Would This Portfolio Make A Crooked Gambler Smile?

In Ancient Egypt, plenty of high-status people were entombed with tools, treasures and sometimes servants.

These were meant to help them in the afterlife. But archaeologists also found weighted dice. A pharaoh, after all, might not cheat death. But he might be keen to swindle others in an afterlife game of craps.

When rolling traditional dice, there’s an equal chance that any number between 1 and 6 could come out on top. But for years, crooked gamblers have tried to put the odds in their favor. Like the ancient Egyptians, they’ve used dice made for cheating. They’re known as weighted, crooked or gaffed dice.

Nobody likes a cheat. But when investing, it’s well within the rules to put the odds in your favor. You’ll just need the courage to step beyond the crowd. That means investing where most are currently scared to tread: in value stocks and international shares.

Image  by Pixabay

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Andrew Hallam

I’m a financial columnist for Canada’s national paper, The Globe and Mail, as well as for AssetBuilder, a financial service firm based in Texas. I’m also the author of Millionaire Teacher: The Nine Rules of Wealth You Should Have Learned in School (2nd Ed. Wiley 2017) and The Global Expatriate’s Guide To Investing: From Millionaire Teacher to Millionaire Expat (Wiley 2015). My mission is to educate, motivate and inspire people on basic retirement planning and best practices for investing, using evidence-based strategies. I'm happy to comment on your questions. However, please read the Terms of Use, Privacy Policy and the Comments Policy.

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5 Responses

  1. Index says:

    Hi Andrew,
    I enjoyed your article “Would This Portfolio Make A Crooked Gambler Smile?”.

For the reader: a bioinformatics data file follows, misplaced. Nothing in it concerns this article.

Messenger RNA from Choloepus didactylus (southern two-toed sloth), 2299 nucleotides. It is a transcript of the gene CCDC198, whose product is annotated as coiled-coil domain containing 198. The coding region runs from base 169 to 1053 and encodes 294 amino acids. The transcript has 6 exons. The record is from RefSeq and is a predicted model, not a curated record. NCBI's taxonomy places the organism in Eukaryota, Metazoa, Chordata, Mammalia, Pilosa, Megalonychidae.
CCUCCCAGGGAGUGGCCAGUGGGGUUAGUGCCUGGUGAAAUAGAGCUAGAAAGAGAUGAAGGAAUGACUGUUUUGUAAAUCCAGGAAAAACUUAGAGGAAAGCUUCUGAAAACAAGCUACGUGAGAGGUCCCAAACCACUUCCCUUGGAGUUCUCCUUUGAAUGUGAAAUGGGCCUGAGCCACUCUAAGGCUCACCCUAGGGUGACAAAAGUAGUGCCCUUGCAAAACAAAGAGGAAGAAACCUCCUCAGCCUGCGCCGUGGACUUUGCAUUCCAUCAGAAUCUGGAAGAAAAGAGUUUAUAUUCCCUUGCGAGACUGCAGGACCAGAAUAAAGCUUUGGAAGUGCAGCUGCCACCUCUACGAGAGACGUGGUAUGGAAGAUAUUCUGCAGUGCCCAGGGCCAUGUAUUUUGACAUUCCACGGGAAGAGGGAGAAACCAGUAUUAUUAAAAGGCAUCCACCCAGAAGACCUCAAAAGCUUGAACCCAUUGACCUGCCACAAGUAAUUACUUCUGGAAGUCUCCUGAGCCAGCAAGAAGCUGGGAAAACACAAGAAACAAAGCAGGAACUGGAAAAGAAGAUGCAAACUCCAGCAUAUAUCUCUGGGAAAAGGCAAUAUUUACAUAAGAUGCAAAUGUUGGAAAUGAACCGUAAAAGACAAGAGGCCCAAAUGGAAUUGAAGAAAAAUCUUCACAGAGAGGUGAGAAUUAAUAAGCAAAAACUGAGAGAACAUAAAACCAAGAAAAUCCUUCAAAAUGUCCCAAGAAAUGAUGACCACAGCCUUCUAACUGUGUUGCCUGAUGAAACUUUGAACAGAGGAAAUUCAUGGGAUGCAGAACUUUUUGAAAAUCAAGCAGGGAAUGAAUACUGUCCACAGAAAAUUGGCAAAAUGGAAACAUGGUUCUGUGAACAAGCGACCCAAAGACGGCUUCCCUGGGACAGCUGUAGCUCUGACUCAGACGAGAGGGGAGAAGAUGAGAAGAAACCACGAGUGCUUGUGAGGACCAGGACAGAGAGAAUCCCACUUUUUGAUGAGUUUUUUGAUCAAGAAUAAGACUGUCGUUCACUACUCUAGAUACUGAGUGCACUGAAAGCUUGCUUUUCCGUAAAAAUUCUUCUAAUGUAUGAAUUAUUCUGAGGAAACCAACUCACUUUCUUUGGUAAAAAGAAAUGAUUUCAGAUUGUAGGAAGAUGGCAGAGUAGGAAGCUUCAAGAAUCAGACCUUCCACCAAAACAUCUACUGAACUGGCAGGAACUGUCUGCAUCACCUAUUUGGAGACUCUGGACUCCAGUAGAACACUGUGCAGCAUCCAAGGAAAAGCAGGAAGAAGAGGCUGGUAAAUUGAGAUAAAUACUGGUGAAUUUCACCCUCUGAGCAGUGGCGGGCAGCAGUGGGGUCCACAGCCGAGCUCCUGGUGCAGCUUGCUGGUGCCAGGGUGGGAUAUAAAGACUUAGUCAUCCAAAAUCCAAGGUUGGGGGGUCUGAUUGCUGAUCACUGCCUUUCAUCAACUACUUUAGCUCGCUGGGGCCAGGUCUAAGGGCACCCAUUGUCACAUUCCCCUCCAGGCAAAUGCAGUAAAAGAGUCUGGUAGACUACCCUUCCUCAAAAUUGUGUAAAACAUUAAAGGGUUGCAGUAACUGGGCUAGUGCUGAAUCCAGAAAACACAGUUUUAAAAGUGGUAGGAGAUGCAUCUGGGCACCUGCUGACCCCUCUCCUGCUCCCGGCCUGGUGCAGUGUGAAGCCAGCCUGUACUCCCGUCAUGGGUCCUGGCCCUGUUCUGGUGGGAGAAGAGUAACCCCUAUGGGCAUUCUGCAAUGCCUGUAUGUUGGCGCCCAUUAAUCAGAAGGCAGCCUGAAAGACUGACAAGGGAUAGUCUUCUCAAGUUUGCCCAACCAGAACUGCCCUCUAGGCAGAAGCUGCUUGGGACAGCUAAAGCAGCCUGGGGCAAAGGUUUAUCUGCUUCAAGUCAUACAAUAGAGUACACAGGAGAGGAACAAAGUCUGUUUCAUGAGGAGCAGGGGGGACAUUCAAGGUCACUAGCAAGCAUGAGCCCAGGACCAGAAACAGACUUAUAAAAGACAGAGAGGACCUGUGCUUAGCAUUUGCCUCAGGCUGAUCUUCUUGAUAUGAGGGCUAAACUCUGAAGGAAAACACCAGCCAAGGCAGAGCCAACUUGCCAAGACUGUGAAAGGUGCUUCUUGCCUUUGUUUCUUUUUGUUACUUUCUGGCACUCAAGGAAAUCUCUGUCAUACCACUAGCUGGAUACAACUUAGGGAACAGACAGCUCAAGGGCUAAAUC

However I’m not sure I understand exactly what a value stock is.
    Would the Vanguard fund with ticker VHYD be considered a value stock index fund?
    Cheers – Index

  2. boxingflames says:

    HI Andrew,

    Got your book trough a friend, great reading! I get your advise to look for ETF with lower expense ratios… I`m expat with future expenses in Euro, so was looking at your EU portfolio and your update for Canadians planning to retire in the EU (I have the edition 1 in China, need to get that edition 2 on kindle… For the world fund IWDA comes with 0.2% expense, while VWRD/VWRL go for 0.18%. Then I also see LCWD with 0.12% expense… However, their overall size is small, 87.5 mUSD… Do you see the size of an ETF as an issue? and why would you not consider the Vanguard world VT in your list (0.08%)?

  3. martha martha pabon says:

    Good Morning
    Andrew I am a new in this investment area I already bought your book and I started reading I need some help to started can you recommended to me an investor ? or how to started all the language is very strange and unknown to me because I have not been educated in this area but I want to learn and teach others . please can you guide me how to start

    thanks
    Martha H Pabon

  4. Mario says:

    Hi Andrew,

    I admire your consistent message to investors: Diversified index funds/ETFs at low cost for the long term. I’ve read the Millionaire Expat, but don’t recall that you recommended value stock indexes. Maybe I missed it. I’ll have to check the book again. But what value stock ETF would you recommend to a Canadian expat like me, living in the Gulf and investing in ETFs through the Toronto Stock Exchange?

    Thanks for all what you do.

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